Samsung's latest high-end smartphone is in trouble - manufacturing problems, a lack of eager punters and too much love for arch-rival the iPhone 6 has led to gloomy profit and revenue predictions this morning.
In its new Q1 financial guidance, Samsung predicts that it will miss expectations for both - operating profit should come in at around 6.9tn won (£3.9bn) and revenues around 48tn won, down 4% and 8% respectively on Q1 2014.
The forecasts mean the seventh consecutive quarter of sliding numbers for Samsung, whose glory days when it was rivalling Apple in smartphone sales a couple of years ago must seem a long way behind it.
Now - squeezed at the top by the all-conquering iPhone 6, and at the bottom by upstart new budget players like China’s Xiaomi - it’s in danger of becoming the M&S of the smartphone world. Not quite bling enough to be premium, not quite cheap enough to be, well, cheap.
What makes these latest numbers especially significant is that they are the first to include sales of Samsung’s new top-of-the range phone the S6, and it’s curved-screen sibling the S6 Edge.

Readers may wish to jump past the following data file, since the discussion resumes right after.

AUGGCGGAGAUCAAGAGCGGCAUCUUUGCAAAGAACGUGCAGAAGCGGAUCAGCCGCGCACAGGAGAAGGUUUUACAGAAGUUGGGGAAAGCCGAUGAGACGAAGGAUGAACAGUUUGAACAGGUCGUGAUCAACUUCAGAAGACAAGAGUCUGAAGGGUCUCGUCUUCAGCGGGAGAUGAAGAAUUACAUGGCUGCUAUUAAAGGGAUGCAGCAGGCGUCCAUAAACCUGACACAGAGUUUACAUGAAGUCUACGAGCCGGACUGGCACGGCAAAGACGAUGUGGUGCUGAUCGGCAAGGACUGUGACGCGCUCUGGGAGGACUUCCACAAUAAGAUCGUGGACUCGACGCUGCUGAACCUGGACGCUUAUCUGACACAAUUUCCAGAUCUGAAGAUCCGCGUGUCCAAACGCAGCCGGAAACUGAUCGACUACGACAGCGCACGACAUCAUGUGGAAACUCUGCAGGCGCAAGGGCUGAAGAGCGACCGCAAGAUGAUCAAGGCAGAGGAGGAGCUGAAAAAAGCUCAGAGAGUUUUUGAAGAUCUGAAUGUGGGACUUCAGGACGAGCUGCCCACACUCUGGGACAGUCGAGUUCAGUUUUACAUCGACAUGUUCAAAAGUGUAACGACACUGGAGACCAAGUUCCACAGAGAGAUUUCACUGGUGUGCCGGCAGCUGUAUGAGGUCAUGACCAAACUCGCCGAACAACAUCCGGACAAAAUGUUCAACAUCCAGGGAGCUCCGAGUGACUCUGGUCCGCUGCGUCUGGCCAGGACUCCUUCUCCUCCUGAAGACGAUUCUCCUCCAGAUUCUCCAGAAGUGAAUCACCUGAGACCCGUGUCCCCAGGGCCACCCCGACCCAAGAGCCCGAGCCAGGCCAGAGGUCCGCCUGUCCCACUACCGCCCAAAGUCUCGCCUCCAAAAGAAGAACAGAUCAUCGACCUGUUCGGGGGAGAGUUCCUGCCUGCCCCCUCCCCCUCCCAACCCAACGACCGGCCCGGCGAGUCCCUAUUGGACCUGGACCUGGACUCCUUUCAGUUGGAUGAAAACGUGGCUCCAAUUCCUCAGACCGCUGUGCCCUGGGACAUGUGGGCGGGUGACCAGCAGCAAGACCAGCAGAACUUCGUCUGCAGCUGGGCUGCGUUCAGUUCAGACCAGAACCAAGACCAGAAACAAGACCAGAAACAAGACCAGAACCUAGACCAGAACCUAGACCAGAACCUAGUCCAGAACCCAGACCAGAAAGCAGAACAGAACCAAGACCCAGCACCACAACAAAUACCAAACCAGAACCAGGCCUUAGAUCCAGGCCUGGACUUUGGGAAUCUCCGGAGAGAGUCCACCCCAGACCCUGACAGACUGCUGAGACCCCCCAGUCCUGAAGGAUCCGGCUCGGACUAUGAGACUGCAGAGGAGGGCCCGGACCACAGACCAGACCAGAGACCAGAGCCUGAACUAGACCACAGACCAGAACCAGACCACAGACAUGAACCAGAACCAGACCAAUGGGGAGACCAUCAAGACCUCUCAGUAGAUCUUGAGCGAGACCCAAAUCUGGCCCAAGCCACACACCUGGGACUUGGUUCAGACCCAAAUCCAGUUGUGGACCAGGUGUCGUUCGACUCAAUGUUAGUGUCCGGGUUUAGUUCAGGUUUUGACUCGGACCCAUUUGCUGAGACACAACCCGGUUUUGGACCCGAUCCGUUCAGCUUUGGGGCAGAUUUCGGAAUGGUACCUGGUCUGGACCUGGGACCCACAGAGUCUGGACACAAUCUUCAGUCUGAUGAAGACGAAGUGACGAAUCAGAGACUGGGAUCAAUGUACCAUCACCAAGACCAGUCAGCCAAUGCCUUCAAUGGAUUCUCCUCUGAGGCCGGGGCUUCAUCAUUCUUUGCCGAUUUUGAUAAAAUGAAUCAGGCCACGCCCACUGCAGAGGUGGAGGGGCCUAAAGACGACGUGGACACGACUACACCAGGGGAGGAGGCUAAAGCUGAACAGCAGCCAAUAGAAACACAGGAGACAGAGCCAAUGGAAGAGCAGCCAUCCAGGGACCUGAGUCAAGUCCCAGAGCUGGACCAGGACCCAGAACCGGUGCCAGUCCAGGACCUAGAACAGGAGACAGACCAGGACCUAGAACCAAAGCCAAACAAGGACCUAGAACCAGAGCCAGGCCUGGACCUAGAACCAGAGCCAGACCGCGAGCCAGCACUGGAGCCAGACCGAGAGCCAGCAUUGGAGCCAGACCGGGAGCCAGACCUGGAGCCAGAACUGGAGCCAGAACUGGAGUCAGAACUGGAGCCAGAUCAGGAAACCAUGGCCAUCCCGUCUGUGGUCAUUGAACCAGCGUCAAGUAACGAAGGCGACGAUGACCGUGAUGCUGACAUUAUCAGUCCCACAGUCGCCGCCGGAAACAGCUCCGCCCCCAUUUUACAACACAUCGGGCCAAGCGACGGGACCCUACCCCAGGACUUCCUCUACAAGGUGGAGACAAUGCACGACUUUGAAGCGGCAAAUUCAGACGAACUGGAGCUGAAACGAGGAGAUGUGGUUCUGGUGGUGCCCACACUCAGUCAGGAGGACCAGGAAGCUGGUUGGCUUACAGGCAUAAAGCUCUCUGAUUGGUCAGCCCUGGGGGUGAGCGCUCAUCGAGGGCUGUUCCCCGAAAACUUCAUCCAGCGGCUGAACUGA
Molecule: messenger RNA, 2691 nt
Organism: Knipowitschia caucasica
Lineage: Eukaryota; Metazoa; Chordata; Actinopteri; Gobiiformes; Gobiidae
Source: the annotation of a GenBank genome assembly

Normally the launch of a new flagship range sees a huge uptick in sales as buyers flock to be first with the latest shiny toy. So the fact that Samsung made 4.4m fewer phones in Q1 this year as last (a total of 81.1m) suggests that the S6 has failed to hit the mark pretty spectacularly.
In its defence the company points to supply problems with the S6 Edge in particular, whose unusual screen wraps around the edges of the phone itself. Tricky to manufacture in the mind-bogglingly large numbers required by today’s hungry global markets, Samsung now claims to have got the measure of the problem and expects record sales to ensue.
Maybe so, but that doesn’t alter the fact that:
a) Novelty is a perishable commodity. Samsung has already missed the biggest hump in the S6's demand curve, when the 'newness' of a device is at its peak.
b) Apple is juicier right now. Samsung's arch rival is one firm you don't see getting caught out by manufacturing and supply problems. Tim Cook’s team knew that, with product lifecycles of months not years, ensuring a bountiful supply of iPhone 6's from the moment of launch was critical.
c) What's the point of the S6 anyway? It's a highly capable smartphone, but its USP - especially the Edge’s cool-but-pointless curved screen - seems to have left buyers underwhelmed. Innovation has to deliver for the consumer - a lesson that Apple learned the hard way with the iPhone 5.